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Friday, March 25, 2011

An Eleven Plus Profile

Children who can play chess at an early age are often recognised as being of a type of superior intelligence. Sadly the ability too play chess is not recognised by the current eleven plus examination boards – but we can live in hope. Imagine armies of children being taught to play chess – and then going onto to play against each other through the internet, chess foundations and classrooms. The children who won through the various rounds would be the children who would `go to grammar’.

Parents would need to learn to play too – so instead of grappling with unending eleven plus papers parents could discuss various opening and closing gambits in the playground. Instead of informing the world that their child had reached standardised score of 132 – mums and dads would be able to talk about their child’s progress towards Grand Master status.

In time the ingenuity and perseverance of the English teaching profession would turn its attention to producing books and papers about chess. Children would then be drilled in counters to the `Queen’s Pawn Opening Gambit’. Children would be able to say: “I got into grammar because I beat the Grand Masters from seven different countries.” The teachers and the tutors would be able to share in the glory. Instead of being able to say: “All my eleven plus children earned a place in a grammar school,” the tutors would be able to say: “I produced seven Grand Masters.” Sic transit Gloria!

Elements of the eleven plus industry may even be tempted to replicate the work of Baron von Kempelen who was a mechanical genius who intrigued 18th Century Europe. He developed a chest that was 4 ft long, 2 ft wide and 3 ft high. In front of him was a chess board,- and he challenged all comers. Before the game started the Baron would open the chest’s compartment to reveal a bewildering array of levers, gears and cylinders.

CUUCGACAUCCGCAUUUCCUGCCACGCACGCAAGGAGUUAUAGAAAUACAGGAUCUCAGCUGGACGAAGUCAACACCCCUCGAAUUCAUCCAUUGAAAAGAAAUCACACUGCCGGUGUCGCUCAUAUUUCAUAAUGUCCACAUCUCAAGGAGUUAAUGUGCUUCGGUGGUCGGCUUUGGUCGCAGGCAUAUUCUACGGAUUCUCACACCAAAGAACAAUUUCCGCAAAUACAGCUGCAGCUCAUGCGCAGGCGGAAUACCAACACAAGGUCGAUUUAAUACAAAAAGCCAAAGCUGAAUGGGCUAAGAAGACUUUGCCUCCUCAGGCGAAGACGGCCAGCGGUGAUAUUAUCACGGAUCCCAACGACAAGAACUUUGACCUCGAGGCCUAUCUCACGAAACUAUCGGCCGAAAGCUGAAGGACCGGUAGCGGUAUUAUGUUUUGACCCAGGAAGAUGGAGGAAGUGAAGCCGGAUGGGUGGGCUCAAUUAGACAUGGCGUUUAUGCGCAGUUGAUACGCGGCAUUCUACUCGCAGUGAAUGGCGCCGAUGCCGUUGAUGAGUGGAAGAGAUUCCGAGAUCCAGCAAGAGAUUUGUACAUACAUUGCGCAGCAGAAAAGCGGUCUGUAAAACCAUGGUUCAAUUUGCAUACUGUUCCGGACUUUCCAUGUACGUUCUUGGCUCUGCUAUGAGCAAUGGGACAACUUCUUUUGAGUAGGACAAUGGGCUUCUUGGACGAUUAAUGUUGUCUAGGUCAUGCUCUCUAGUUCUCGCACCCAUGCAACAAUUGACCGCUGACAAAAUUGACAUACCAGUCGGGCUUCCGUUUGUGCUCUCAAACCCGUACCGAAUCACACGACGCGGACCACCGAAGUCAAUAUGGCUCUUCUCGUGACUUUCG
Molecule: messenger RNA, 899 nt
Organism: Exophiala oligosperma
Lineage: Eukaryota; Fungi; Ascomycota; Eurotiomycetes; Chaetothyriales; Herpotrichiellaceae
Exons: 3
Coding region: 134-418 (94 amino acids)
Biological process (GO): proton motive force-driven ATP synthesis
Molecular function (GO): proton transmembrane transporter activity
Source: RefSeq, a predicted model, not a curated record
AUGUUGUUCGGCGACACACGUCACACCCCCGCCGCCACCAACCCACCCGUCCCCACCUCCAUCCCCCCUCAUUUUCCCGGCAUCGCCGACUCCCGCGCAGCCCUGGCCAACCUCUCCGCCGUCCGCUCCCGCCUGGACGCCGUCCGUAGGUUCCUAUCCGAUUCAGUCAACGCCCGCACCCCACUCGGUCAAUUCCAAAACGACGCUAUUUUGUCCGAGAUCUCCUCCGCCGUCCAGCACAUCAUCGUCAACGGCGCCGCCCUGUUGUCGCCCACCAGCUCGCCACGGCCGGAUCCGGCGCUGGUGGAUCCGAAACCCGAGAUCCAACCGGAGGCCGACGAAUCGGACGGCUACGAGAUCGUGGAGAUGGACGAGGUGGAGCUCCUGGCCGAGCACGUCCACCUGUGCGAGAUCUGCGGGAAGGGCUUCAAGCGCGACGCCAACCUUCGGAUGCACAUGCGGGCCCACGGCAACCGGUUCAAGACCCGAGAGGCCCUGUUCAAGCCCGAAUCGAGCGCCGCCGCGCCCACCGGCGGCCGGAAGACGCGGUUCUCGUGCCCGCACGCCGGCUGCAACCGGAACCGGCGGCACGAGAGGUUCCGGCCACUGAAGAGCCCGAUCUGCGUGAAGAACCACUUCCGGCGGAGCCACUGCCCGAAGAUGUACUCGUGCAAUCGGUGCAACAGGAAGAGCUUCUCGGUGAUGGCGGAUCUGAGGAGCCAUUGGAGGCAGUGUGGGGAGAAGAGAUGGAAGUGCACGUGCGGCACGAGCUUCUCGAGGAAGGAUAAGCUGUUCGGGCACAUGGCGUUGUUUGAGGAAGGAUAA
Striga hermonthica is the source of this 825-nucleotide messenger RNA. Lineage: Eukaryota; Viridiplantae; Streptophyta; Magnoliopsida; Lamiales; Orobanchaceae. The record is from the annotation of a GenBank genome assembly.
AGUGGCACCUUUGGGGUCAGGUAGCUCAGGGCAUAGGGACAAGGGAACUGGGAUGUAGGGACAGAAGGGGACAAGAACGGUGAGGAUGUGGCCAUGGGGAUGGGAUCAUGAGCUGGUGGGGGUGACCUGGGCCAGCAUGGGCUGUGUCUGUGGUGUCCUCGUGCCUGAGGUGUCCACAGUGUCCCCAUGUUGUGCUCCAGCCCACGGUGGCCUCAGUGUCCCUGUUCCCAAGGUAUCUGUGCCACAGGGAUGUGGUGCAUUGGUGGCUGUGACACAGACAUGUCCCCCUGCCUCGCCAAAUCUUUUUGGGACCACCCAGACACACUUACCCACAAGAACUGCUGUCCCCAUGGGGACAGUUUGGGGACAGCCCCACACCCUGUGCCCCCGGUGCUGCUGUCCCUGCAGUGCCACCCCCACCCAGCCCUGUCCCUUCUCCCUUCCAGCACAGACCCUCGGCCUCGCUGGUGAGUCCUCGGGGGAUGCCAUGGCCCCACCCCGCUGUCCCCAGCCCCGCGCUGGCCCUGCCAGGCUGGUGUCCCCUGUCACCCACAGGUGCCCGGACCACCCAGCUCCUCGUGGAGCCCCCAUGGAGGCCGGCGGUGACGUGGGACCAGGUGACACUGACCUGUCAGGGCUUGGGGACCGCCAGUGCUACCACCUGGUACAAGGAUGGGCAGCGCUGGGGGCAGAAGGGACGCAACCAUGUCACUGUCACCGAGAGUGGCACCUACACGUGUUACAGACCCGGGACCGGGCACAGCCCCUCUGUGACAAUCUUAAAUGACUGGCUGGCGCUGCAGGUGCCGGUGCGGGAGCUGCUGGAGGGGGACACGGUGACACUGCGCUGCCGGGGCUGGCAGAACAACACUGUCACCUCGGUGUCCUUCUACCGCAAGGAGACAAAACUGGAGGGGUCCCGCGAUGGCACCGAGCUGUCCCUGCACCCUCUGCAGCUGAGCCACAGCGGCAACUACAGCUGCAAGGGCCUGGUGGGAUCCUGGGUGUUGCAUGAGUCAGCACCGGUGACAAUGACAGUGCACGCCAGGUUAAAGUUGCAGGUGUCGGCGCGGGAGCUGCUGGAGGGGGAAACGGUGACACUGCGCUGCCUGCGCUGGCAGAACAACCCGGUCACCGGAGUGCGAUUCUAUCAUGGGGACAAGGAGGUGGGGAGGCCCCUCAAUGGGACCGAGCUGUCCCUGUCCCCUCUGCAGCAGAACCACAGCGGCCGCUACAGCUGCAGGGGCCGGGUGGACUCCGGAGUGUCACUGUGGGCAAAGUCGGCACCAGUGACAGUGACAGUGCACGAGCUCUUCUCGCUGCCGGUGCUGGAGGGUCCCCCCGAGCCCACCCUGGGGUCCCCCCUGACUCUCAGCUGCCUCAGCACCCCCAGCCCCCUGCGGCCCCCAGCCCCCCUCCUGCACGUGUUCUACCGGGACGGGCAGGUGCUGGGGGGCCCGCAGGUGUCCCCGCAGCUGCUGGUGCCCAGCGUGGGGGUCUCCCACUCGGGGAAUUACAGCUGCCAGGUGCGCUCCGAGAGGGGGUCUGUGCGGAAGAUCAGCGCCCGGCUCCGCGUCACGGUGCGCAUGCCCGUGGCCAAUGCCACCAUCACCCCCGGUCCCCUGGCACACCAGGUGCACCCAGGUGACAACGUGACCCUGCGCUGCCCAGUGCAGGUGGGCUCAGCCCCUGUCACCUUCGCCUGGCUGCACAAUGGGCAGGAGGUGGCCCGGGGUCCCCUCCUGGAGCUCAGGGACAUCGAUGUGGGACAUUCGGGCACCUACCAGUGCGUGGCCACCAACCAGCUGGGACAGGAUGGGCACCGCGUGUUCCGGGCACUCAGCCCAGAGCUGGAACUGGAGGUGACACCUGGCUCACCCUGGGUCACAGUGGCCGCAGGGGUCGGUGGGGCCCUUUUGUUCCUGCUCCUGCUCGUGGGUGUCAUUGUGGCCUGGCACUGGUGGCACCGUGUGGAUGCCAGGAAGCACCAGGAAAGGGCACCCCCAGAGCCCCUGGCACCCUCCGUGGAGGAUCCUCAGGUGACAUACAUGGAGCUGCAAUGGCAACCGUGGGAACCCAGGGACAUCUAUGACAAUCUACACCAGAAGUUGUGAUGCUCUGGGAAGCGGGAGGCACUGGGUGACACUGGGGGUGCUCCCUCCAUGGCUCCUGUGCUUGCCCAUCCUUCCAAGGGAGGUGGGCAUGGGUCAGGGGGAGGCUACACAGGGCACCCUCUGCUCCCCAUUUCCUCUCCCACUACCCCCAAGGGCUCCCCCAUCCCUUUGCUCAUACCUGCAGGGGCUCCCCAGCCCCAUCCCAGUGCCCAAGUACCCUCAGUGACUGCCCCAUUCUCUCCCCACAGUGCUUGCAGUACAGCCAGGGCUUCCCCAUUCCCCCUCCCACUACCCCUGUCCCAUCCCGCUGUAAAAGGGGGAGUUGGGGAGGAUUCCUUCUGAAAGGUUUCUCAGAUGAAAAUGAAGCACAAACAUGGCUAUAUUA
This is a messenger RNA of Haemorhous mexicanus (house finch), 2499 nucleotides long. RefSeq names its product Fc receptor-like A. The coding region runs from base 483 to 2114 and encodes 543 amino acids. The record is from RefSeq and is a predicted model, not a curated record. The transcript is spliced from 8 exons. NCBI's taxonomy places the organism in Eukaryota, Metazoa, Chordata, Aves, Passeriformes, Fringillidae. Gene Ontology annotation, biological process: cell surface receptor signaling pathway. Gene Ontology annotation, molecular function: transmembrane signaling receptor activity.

Hidden behind the machinery was a man manipulating the pieces through magnets attached to the base of the pieces.

It would not take some parents to submit the view that ability in monopoly was a skill that would be more descriptive of ability. Scrabble and draughts could also be brought into the equation. This could lead to a super child who was able to play chess, win a scrabble – make millions through monopoly and learn to jump over others when playing draughts.

Last year we had a number of children on an eleven plus course aimed at two highly competitive schools. A mother telephoned and followed the telephone call with an email. The mother was upset, rightly or wrongly, because I had sanctioned a series of five eleven plus verbal reasoning questions that would not appear in the eleven plus. The mother felt that we had wasted her daughter’s time. Her daughter had answered all of the prescribed questions correctly – but had made mistakes on three out of the five `unscheduled’ questions.

A picture of an eleven plus child is emerging, the child should be able to play different types of board games, work through papers and cope with unexpected questions. Some grammar schools may enjoy looking at a slighter wider profile of their prospective pupils.

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